Scandal Accountability Starts At The Top, Say CEOs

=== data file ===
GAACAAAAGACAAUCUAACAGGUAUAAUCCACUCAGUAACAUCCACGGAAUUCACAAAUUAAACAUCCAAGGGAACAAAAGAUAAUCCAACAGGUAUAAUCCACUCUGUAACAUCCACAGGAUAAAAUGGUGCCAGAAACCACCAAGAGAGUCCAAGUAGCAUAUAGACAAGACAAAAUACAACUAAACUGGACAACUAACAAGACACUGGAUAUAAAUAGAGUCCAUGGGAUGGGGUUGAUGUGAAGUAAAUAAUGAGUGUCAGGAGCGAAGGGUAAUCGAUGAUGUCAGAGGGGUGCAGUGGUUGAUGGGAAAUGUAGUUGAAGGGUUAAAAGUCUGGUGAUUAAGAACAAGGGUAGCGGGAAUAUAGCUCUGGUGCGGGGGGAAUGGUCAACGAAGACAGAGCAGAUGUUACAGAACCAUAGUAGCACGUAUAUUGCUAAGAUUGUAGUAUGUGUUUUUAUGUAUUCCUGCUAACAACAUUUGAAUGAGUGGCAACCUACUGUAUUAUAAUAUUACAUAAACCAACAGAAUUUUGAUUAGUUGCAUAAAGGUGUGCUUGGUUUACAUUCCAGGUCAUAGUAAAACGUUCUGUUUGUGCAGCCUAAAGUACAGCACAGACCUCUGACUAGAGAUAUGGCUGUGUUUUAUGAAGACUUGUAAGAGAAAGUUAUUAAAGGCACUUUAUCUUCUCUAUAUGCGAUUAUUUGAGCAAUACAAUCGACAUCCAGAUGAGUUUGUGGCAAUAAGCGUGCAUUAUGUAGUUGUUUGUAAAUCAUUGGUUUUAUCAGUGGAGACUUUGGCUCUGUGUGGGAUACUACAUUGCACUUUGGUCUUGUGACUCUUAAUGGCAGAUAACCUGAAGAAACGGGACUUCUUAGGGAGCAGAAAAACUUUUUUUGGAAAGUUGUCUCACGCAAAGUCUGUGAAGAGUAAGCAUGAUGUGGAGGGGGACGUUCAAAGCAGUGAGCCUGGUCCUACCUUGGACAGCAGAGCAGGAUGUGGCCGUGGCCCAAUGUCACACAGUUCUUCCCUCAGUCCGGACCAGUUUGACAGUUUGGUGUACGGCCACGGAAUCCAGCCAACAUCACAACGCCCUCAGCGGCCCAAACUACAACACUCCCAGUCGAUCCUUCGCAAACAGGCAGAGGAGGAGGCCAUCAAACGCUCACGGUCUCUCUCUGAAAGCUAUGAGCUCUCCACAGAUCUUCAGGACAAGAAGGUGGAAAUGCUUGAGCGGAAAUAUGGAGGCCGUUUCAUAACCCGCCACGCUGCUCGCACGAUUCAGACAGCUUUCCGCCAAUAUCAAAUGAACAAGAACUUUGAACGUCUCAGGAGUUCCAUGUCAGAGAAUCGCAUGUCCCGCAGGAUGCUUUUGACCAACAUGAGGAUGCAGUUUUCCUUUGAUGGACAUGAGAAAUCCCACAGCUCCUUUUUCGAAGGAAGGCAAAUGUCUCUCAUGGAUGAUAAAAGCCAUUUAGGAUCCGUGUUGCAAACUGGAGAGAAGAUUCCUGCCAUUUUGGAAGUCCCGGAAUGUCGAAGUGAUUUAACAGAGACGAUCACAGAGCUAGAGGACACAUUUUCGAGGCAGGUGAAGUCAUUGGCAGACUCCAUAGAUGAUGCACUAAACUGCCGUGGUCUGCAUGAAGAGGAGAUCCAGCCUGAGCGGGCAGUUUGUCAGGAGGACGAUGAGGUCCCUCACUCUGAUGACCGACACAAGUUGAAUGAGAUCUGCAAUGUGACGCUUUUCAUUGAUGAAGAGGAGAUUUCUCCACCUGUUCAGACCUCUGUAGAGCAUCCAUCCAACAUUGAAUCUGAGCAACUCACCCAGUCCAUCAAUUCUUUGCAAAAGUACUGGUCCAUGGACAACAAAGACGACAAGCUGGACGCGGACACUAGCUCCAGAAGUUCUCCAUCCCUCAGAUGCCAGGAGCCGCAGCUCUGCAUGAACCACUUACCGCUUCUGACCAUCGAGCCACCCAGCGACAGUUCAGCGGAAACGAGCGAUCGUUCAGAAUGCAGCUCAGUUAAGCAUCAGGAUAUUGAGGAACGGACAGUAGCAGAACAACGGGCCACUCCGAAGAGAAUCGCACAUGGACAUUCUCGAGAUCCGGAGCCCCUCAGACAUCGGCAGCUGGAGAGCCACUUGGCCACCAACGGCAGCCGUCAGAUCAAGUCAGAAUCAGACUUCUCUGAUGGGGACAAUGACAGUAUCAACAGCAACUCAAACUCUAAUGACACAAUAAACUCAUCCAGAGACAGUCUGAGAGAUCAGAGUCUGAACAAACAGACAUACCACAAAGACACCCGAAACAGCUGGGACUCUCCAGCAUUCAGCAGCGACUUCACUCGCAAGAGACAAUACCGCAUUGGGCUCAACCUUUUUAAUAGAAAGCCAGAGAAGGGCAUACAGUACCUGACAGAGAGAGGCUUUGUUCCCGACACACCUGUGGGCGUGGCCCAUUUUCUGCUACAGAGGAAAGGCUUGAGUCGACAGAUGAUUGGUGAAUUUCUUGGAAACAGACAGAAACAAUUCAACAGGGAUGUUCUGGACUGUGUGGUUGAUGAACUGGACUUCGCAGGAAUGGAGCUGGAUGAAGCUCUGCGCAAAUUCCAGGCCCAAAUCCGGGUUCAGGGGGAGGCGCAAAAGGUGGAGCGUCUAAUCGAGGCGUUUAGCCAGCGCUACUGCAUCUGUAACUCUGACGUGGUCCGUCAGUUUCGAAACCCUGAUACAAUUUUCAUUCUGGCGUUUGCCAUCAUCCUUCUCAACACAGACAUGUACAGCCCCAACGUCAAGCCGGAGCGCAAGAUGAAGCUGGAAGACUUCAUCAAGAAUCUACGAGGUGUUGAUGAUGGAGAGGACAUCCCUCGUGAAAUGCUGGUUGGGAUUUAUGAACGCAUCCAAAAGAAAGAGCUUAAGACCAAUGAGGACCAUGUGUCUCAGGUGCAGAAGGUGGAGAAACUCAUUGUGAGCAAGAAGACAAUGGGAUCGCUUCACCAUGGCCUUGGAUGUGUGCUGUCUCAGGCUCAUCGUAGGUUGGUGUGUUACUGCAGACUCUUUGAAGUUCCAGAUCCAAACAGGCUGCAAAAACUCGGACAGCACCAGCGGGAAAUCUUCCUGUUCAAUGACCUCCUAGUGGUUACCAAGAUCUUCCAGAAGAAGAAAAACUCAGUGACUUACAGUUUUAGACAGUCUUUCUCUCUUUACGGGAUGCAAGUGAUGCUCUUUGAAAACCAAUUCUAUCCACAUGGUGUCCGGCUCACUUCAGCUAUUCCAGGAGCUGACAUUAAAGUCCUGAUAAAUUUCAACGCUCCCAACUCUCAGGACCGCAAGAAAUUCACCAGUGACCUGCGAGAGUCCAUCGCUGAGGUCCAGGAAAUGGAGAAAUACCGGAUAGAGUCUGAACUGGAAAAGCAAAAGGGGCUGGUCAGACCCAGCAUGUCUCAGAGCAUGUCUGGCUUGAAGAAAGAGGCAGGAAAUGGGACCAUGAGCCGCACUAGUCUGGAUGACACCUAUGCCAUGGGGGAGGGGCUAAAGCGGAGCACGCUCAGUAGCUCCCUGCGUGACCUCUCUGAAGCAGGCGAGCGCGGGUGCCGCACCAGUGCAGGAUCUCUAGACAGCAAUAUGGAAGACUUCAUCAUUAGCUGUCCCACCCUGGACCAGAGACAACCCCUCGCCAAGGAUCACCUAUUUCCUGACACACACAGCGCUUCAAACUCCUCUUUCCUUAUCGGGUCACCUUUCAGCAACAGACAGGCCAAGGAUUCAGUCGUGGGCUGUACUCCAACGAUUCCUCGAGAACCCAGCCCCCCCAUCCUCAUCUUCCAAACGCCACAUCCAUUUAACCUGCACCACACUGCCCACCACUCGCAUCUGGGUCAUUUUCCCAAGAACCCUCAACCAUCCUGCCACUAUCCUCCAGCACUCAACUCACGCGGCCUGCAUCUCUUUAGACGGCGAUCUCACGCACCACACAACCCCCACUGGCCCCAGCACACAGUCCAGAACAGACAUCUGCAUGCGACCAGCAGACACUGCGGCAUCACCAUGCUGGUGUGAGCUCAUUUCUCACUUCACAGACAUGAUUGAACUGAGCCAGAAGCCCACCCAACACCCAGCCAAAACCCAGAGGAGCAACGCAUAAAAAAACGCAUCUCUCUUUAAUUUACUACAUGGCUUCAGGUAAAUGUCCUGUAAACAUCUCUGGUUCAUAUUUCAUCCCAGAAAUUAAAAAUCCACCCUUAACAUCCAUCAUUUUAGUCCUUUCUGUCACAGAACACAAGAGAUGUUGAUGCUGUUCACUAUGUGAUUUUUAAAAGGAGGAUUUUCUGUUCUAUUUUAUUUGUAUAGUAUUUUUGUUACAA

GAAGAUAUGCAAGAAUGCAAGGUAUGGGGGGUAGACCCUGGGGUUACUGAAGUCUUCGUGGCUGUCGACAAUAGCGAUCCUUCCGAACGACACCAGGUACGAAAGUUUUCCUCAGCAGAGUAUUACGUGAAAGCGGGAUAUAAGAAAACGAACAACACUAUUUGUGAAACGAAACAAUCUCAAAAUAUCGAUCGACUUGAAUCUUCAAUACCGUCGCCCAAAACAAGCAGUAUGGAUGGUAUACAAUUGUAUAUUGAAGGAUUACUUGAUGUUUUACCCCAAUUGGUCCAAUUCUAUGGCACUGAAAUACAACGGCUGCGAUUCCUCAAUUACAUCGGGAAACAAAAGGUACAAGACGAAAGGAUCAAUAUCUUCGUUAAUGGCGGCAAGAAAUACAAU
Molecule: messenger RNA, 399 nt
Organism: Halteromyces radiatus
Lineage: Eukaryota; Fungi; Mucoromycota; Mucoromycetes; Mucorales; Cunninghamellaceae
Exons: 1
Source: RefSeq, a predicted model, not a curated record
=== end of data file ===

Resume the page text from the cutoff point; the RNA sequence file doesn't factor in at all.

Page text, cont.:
Compiled By Deborah Austin In corporate accounting scandals, the buck stops with chief executives, many of their peers contend. In a survey of 800 members by CEO organization TEC International, 69% hold corporate CEOs directly responsible -- instead of CFOs, the Securities Exchange Commission or accounting firms -- for such misconduct. Financial scandals don't represent behavior of most CEOs, say 82%. But 75% of the surveyed CEOs expect this year will bring more revelations of corporate misdeeds. Half of the chief executives say current accounting/securities laws are adequate -- but no matter what the regulation, ethical corporate behavior depends on leaders' integrity, assert 93%. Those who benefit from false accounting should be required to forfeit related gains and be barred for life from executive/board positions, say 84%. The Special Edition TEC Index, "CEO Views on the CEO Crisis," is first in a topical survey series by San Diego-based TEC, whose members are U.S. businesses with annual sales between $1 million and $1 billion. TEC also publishes a quarterly TEC Index of economic indicators.

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